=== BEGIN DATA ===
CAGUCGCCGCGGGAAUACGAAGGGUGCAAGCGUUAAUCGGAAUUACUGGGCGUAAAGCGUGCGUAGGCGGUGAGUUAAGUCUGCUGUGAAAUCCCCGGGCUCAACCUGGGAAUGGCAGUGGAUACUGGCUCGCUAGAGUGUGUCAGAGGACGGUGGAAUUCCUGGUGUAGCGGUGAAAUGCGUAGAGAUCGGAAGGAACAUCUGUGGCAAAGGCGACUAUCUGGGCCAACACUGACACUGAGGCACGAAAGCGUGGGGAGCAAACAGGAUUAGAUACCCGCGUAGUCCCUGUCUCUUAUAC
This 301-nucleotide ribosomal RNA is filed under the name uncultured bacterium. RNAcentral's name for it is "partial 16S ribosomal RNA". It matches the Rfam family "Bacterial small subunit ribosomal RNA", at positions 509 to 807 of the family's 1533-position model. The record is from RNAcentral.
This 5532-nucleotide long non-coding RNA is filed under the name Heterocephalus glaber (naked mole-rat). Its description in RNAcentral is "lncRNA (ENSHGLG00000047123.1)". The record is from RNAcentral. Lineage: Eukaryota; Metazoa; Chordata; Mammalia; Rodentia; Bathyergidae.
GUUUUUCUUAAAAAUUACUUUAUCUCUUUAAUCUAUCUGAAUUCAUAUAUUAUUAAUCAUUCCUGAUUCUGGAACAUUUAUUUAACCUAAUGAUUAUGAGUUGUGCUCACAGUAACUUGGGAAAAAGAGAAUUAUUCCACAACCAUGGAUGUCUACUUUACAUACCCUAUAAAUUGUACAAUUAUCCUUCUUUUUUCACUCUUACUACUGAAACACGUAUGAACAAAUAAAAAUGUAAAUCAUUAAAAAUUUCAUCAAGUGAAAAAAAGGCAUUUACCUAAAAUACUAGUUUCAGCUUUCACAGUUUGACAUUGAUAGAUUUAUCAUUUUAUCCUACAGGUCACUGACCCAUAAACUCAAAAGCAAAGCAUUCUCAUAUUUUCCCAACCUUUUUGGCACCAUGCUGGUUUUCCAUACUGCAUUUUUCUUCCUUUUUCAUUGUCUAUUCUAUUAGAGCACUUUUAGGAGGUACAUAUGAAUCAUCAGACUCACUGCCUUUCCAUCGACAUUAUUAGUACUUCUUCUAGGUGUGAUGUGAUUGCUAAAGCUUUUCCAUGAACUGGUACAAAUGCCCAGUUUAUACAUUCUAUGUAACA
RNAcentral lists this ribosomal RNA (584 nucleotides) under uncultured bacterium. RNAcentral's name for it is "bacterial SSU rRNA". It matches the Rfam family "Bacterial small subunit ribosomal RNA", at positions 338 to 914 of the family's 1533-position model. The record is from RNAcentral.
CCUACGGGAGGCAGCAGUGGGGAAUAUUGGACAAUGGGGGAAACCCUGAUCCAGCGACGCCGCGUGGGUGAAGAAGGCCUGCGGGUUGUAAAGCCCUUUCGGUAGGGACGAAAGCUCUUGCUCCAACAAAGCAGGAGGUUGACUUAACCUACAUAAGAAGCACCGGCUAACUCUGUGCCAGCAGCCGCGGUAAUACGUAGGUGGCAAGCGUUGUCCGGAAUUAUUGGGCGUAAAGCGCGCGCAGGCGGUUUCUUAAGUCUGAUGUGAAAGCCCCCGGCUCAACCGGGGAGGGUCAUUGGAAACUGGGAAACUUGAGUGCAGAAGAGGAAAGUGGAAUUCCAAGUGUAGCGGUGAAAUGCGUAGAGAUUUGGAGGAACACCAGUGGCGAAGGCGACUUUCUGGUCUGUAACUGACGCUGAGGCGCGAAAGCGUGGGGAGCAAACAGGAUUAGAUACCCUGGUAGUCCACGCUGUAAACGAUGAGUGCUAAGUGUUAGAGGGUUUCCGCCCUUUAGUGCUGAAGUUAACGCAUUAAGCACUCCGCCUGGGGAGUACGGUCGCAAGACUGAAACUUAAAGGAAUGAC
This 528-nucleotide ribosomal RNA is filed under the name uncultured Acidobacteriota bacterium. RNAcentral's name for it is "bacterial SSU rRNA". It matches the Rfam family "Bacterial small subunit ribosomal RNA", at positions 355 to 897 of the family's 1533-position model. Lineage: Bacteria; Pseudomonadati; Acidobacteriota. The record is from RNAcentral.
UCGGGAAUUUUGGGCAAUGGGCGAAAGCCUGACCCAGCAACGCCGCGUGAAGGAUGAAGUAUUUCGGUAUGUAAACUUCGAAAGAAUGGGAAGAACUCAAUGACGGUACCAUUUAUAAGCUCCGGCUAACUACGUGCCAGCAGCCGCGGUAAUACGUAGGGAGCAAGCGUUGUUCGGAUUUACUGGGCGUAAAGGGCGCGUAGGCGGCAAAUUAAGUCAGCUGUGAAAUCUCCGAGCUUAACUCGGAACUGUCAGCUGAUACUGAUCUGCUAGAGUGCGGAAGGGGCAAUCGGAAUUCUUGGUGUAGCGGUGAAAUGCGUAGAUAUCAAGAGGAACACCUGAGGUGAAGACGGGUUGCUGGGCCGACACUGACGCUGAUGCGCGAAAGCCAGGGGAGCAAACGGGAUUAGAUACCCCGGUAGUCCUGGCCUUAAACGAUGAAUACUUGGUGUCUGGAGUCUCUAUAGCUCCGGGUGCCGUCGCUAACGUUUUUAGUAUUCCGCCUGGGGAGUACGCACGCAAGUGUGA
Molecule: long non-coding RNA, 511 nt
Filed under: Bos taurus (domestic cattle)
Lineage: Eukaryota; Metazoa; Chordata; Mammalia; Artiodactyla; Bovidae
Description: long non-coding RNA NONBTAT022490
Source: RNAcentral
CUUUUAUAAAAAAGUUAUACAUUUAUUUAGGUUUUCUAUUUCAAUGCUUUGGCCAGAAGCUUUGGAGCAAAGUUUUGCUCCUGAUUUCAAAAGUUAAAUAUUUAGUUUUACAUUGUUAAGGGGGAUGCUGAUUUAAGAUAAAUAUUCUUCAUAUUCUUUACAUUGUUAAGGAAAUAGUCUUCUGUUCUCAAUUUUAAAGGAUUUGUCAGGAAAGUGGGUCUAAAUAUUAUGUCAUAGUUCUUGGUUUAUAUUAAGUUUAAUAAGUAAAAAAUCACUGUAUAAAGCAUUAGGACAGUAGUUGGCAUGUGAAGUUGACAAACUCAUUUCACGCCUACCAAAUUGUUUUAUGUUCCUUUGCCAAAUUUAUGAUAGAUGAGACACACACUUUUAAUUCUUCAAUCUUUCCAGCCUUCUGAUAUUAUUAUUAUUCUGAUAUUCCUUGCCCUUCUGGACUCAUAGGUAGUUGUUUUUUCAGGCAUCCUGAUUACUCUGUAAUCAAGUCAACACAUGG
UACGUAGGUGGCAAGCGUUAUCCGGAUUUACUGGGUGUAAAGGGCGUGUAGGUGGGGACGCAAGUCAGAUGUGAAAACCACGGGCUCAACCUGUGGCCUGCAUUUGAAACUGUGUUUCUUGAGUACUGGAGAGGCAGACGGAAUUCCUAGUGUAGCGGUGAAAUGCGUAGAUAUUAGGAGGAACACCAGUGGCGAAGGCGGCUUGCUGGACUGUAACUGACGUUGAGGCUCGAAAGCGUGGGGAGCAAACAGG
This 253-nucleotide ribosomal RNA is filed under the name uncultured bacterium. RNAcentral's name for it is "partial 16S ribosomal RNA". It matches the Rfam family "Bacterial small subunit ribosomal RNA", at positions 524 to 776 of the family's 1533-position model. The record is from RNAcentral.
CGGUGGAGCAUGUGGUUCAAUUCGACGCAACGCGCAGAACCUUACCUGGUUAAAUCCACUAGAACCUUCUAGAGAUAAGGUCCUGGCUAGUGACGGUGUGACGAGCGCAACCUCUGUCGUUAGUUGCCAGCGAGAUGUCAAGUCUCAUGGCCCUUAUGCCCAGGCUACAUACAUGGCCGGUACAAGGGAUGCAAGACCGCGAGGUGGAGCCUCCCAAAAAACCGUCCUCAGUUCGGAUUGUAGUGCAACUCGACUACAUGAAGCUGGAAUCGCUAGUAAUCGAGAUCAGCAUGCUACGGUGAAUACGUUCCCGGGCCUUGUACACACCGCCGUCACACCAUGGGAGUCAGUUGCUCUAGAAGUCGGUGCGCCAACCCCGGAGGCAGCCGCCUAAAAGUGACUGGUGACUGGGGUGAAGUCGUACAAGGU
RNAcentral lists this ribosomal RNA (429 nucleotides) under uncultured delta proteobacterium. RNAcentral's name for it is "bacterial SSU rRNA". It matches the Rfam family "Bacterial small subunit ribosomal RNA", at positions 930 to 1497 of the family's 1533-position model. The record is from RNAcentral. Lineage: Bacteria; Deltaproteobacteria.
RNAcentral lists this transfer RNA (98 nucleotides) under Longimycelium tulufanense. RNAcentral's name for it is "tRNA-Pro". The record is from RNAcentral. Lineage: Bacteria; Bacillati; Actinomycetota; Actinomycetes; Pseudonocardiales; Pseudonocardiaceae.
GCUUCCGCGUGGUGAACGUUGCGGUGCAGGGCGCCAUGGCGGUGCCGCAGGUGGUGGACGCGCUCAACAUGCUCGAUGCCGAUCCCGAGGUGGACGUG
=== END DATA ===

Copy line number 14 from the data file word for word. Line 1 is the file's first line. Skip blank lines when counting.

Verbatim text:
CUUUUAUAAAAAAGUUAUACAUUUAUUUAGGUUUUCUAUUUCAAUGCUUUGGCCAGAAGCUUUGGAGCAAAGUUUUGCUCCUGAUUUCAAAAGUUAAAUAUUUAGUUUUACAUUGUUAAGGGGGAUGCUGAUUUAAGAUAAAUAUUCUUCAUAUUCUUUACAUUGUUAAGGAAAUAGUCUUCUGUUCUCAAUUUUAAAGGAUUUGUCAGGAAAGUGGGUCUAAAUAUUAUGUCAUAGUUCUUGGUUUAUAUUAAGUUUAAUAAGUAAAAAAUCACUGUAUAAAGCAUUAGGACAGUAGUUGGCAUGUGAAGUUGACAAACUCAUUUCACGCCUACCAAAUUGUUUUAUGUUCCUUUGCCAAAUUUAUGAUAGAUGAGACACACACUUUUAAUUCUUCAAUCUUUCCAGCCUUCUGAUAUUAUUAUUAUUCUGAUAUUCCUUGCCCUUCUGGACUCAUAGGUAGUUGUUUUUUCAGGCAUCCUGAUUACUCUGUAAUCAAGUCAACACAUGG